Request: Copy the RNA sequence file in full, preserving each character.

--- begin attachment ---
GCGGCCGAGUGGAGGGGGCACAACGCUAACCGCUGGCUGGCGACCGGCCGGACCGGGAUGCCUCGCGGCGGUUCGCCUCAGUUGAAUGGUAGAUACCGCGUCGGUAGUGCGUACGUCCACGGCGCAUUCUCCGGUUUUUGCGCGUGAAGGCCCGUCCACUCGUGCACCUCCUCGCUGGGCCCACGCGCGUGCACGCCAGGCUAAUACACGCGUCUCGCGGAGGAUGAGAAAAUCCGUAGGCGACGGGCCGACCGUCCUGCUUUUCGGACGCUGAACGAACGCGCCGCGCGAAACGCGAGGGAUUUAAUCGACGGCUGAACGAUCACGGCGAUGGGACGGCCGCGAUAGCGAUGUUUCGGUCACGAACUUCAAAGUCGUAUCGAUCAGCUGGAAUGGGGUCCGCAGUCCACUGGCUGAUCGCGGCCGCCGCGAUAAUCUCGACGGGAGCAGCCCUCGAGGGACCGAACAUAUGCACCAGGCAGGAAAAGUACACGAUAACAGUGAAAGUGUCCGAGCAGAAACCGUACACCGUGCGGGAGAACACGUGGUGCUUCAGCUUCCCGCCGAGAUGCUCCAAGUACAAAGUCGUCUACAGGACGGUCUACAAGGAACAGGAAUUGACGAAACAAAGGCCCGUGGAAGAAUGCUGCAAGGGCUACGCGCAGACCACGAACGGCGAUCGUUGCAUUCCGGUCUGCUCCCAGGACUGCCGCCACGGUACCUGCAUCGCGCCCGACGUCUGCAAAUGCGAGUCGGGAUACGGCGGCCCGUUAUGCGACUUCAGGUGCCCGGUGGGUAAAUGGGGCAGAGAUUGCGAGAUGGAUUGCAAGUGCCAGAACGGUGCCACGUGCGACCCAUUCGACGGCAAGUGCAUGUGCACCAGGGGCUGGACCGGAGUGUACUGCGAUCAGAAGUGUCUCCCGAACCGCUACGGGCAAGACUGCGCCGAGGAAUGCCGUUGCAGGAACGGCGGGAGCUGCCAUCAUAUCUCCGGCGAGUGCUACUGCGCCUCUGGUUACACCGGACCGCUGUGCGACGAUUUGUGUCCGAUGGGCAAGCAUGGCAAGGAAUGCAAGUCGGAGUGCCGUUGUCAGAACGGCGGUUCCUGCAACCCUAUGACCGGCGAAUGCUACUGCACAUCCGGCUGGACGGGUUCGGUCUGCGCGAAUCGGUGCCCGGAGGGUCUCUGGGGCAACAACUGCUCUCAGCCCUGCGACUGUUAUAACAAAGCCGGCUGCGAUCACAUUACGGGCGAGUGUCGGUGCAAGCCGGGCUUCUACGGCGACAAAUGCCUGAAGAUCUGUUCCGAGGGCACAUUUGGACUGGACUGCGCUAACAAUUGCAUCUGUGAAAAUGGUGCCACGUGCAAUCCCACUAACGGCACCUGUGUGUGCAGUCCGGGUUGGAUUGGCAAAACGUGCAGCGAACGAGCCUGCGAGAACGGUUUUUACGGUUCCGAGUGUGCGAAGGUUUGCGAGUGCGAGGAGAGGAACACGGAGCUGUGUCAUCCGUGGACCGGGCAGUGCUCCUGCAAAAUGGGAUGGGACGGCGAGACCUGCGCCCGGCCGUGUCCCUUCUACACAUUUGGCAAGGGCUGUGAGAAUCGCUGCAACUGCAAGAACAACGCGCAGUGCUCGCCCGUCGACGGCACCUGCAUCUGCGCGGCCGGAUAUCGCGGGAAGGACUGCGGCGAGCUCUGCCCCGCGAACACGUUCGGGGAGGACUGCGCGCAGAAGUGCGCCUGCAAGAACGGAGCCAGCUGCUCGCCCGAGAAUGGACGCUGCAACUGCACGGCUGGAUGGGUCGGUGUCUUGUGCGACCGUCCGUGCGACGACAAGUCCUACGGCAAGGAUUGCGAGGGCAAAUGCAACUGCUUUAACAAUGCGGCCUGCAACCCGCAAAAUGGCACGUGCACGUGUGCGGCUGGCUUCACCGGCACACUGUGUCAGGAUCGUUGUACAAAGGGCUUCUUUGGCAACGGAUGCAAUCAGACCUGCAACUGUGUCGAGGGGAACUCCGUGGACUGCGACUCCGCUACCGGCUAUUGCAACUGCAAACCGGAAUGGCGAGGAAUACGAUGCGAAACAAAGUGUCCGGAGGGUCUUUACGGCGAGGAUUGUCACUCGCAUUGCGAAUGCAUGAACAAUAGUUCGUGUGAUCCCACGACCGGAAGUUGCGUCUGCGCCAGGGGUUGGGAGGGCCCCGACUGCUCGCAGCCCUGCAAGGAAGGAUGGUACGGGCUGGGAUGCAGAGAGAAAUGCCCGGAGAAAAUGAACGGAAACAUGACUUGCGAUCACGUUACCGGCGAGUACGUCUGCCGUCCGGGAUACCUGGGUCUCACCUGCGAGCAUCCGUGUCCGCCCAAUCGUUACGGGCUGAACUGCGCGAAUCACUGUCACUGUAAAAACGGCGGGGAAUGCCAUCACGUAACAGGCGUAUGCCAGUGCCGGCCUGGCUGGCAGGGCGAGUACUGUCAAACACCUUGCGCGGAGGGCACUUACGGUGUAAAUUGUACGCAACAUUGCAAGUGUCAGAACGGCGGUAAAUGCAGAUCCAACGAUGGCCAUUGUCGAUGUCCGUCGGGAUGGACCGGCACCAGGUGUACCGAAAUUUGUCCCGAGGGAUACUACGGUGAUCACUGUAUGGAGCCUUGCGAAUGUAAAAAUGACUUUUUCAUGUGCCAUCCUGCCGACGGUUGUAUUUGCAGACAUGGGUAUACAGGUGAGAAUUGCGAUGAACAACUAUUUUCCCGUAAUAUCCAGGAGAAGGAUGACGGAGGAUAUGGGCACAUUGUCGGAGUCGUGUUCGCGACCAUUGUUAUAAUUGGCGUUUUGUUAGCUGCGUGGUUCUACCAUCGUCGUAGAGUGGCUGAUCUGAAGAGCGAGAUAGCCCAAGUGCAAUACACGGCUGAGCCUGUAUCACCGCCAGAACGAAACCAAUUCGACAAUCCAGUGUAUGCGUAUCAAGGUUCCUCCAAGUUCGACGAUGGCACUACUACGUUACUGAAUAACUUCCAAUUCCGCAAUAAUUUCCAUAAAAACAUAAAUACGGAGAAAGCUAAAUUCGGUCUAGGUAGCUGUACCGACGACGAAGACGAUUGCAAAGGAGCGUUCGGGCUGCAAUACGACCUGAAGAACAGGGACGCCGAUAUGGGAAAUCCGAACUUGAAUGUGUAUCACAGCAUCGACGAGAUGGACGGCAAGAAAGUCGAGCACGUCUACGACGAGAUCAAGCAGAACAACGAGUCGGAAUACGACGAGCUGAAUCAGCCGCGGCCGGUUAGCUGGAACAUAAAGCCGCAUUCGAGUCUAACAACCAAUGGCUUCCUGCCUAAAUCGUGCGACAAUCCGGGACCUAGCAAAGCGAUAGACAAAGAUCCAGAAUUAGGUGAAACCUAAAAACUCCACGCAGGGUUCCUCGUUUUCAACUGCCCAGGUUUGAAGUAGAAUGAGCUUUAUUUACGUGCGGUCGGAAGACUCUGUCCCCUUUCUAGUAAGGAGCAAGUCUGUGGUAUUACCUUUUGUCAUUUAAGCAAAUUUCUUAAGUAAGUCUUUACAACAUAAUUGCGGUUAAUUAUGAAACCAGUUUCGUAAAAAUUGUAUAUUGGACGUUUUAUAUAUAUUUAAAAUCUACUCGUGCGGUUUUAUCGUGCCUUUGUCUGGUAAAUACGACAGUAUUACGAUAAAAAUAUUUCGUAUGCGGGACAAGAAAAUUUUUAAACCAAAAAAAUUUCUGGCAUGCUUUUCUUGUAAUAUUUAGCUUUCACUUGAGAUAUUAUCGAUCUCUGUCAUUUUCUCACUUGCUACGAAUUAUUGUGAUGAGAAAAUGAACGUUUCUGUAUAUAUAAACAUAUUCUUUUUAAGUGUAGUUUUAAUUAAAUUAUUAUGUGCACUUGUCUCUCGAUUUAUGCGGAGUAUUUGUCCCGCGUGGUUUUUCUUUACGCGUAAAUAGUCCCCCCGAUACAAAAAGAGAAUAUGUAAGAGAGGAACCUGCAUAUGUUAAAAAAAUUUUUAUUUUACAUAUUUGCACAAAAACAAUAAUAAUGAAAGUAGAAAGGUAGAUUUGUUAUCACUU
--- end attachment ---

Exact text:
GCGGCCGAGUGGAGGGGGCACAACGCUAACCGCUGGCUGGCGACCGGCCGGACCGGGAUGCCUCGCGGCGGUUCGCCUCAGUUGAAUGGUAGAUACCGCGUCGGUAGUGCGUACGUCCACGGCGCAUUCUCCGGUUUUUGCGCGUGAAGGCCCGUCCACUCGUGCACCUCCUCGCUGGGCCCACGCGCGUGCACGCCAGGCUAAUACACGCGUCUCGCGGAGGAUGAGAAAAUCCGUAGGCGACGGGCCGACCGUCCUGCUUUUCGGACGCUGAACGAACGCGCCGCGCGAAACGCGAGGGAUUUAAUCGACGGCUGAACGAUCACGGCGAUGGGACGGCCGCGAUAGCGAUGUUUCGGUCACGAACUUCAAAGUCGUAUCGAUCAGCUGGAAUGGGGUCCGCAGUCCACUGGCUGAUCGCGGCCGCCGCGAUAAUCUCGACGGGAGCAGCCCUCGAGGGACCGAACAUAUGCACCAGGCAGGAAAAGUACACGAUAACAGUGAAAGUGUCCGAGCAGAAACCGUACACCGUGCGGGAGAACACGUGGUGCUUCAGCUUCCCGCCGAGAUGCUCCAAGUACAAAGUCGUCUACAGGACGGUCUACAAGGAACAGGAAUUGACGAAACAAAGGCCCGUGGAAGAAUGCUGCAAGGGCUACGCGCAGACCACGAACGGCGAUCGUUGCAUUCCGGUCUGCUCCCAGGACUGCCGCCACGGUACCUGCAUCGCGCCCGACGUCUGCAAAUGCGAGUCGGGAUACGGCGGCCCGUUAUGCGACUUCAGGUGCCCGGUGGGUAAAUGGGGCAGAGAUUGCGAGAUGGAUUGCAAGUGCCAGAACGGUGCCACGUGCGACCCAUUCGACGGCAAGUGCAUGUGCACCAGGGGCUGGACCGGAGUGUACUGCGAUCAGAAGUGUCUCCCGAACCGCUACGGGCAAGACUGCGCCGAGGAAUGCCGUUGCAGGAACGGCGGGAGCUGCCAUCAUAUCUCCGGCGAGUGCUACUGCGCCUCUGGUUACACCGGACCGCUGUGCGACGAUUUGUGUCCGAUGGGCAAGCAUGGCAAGGAAUGCAAGUCGGAGUGCCGUUGUCAGAACGGCGGUUCCUGCAACCCUAUGACCGGCGAAUGCUACUGCACAUCCGGCUGGACGGGUUCGGUCUGCGCGAAUCGGUGCCCGGAGGGUCUCUGGGGCAACAACUGCUCUCAGCCCUGCGACUGUUAUAACAAAGCCGGCUGCGAUCACAUUACGGGCGAGUGUCGGUGCAAGCCGGGCUUCUACGGCGACAAAUGCCUGAAGAUCUGUUCCGAGGGCACAUUUGGACUGGACUGCGCUAACAAUUGCAUCUGUGAAAAUGGUGCCACGUGCAAUCCCACUAACGGCACCUGUGUGUGCAGUCCGGGUUGGAUUGGCAAAACGUGCAGCGAACGAGCCUGCGAGAACGGUUUUUACGGUUCCGAGUGUGCGAAGGUUUGCGAGUGCGAGGAGAGGAACACGGAGCUGUGUCAUCCGUGGACCGGGCAGUGCUCCUGCAAAAUGGGAUGGGACGGCGAGACCUGCGCCCGGCCGUGUCCCUUCUACACAUUUGGCAAGGGCUGUGAGAAUCGCUGCAACUGCAAGAACAACGCGCAGUGCUCGCCCGUCGACGGCACCUGCAUCUGCGCGGCCGGAUAUCGCGGGAAGGACUGCGGCGAGCUCUGCCCCGCGAACACGUUCGGGGAGGACUGCGCGCAGAAGUGCGCCUGCAAGAACGGAGCCAGCUGCUCGCCCGAGAAUGGACGCUGCAACUGCACGGCUGGAUGGGUCGGUGUCUUGUGCGACCGUCCGUGCGACGACAAGUCCUACGGCAAGGAUUGCGAGGGCAAAUGCAACUGCUUUAACAAUGCGGCCUGCAACCCGCAAAAUGGCACGUGCACGUGUGCGGCUGGCUUCACCGGCACACUGUGUCAGGAUCGUUGUACAAAGGGCUUCUUUGGCAACGGAUGCAAUCAGACCUGCAACUGUGUCGAGGGGAACUCCGUGGACUGCGACUCCGCUACCGGCUAUUGCAACUGCAAACCGGAAUGGCGAGGAAUACGAUGCGAAACAAAGUGUCCGGAGGGUCUUUACGGCGAGGAUUGUCACUCGCAUUGCGAAUGCAUGAACAAUAGUUCGUGUGAUCCCACGACCGGAAGUUGCGUCUGCGCCAGGGGUUGGGAGGGCCCCGACUGCUCGCAGCCCUGCAAGGAAGGAUGGUACGGGCUGGGAUGCAGAGAGAAAUGCCCGGAGAAAAUGAACGGAAACAUGACUUGCGAUCACGUUACCGGCGAGUACGUCUGCCGUCCGGGAUACCUGGGUCUCACCUGCGAGCAUCCGUGUCCGCCCAAUCGUUACGGGCUGAACUGCGCGAAUCACUGUCACUGUAAAAACGGCGGGGAAUGCCAUCACGUAACAGGCGUAUGCCAGUGCCGGCCUGGCUGGCAGGGCGAGUACUGUCAAACACCUUGCGCGGAGGGCACUUACGGUGUAAAUUGUACGCAACAUUGCAAGUGUCAGAACGGCGGUAAAUGCAGAUCCAACGAUGGCCAUUGUCGAUGUCCGUCGGGAUGGACCGGCACCAGGUGUACCGAAAUUUGUCCCGAGGGAUACUACGGUGAUCACUGUAUGGAGCCUUGCGAAUGUAAAAAUGACUUUUUCAUGUGCCAUCCUGCCGACGGUUGUAUUUGCAGACAUGGGUAUACAGGUGAGAAUUGCGAUGAACAACUAUUUUCCCGUAAUAUCCAGGAGAAGGAUGACGGAGGAUAUGGGCACAUUGUCGGAGUCGUGUUCGCGACCAUUGUUAUAAUUGGCGUUUUGUUAGCUGCGUGGUUCUACCAUCGUCGUAGAGUGGCUGAUCUGAAGAGCGAGAUAGCCCAAGUGCAAUACACGGCUGAGCCUGUAUCACCGCCAGAACGAAACCAAUUCGACAAUCCAGUGUAUGCGUAUCAAGGUUCCUCCAAGUUCGACGAUGGCACUACUACGUUACUGAAUAACUUCCAAUUCCGCAAUAAUUUCCAUAAAAACAUAAAUACGGAGAAAGCUAAAUUCGGUCUAGGUAGCUGUACCGACGACGAAGACGAUUGCAAAGGAGCGUUCGGGCUGCAAUACGACCUGAAGAACAGGGACGCCGAUAUGGGAAAUCCGAACUUGAAUGUGUAUCACAGCAUCGACGAGAUGGACGGCAAGAAAGUCGAGCACGUCUACGACGAGAUCAAGCAGAACAACGAGUCGGAAUACGACGAGCUGAAUCAGCCGCGGCCGGUUAGCUGGAACAUAAAGCCGCAUUCGAGUCUAACAACCAAUGGCUUCCUGCCUAAAUCGUGCGACAAUCCGGGACCUAGCAAAGCGAUAGACAAAGAUCCAGAAUUAGGUGAAACCUAAAAACUCCACGCAGGGUUCCUCGUUUUCAACUGCCCAGGUUUGAAGUAGAAUGAGCUUUAUUUACGUGCGGUCGGAAGACUCUGUCCCCUUUCUAGUAAGGAGCAAGUCUGUGGUAUUACCUUUUGUCAUUUAAGCAAAUUUCUUAAGUAAGUCUUUACAACAUAAUUGCGGUUAAUUAUGAAACCAGUUUCGUAAAAAUUGUAUAUUGGACGUUUUAUAUAUAUUUAAAAUCUACUCGUGCGGUUUUAUCGUGCCUUUGUCUGGUAAAUACGACAGUAUUACGAUAAAAAUAUUUCGUAUGCGGGACAAGAAAAUUUUUAAACCAAAAAAAUUUCUGGCAUGCUUUUCUUGUAAUAUUUAGCUUUCACUUGAGAUAUUAUCGAUCUCUGUCAUUUUCUCACUUGCUACGAAUUAUUGUGAUGAGAAAAUGAACGUUUCUGUAUAUAUAAACAUAUUCUUUUUAAGUGUAGUUUUAAUUAAAUUAUUAUGUGCACUUGUCUCUCGAUUUAUGCGGAGUAUUUGUCCCGCGUGGUUUUUCUUUACGCGUAAAUAGUCCCCCCGAUACAAAAAGAGAAUAUGUAAGAGAGGAACCUGCAUAUGUUAAAAAAAUUUUUAUUUUACAUAUUUGCACAAAAACAAUAAUAAUGAAAGUAGAAAGGUAGAUUUGUUAUCACUU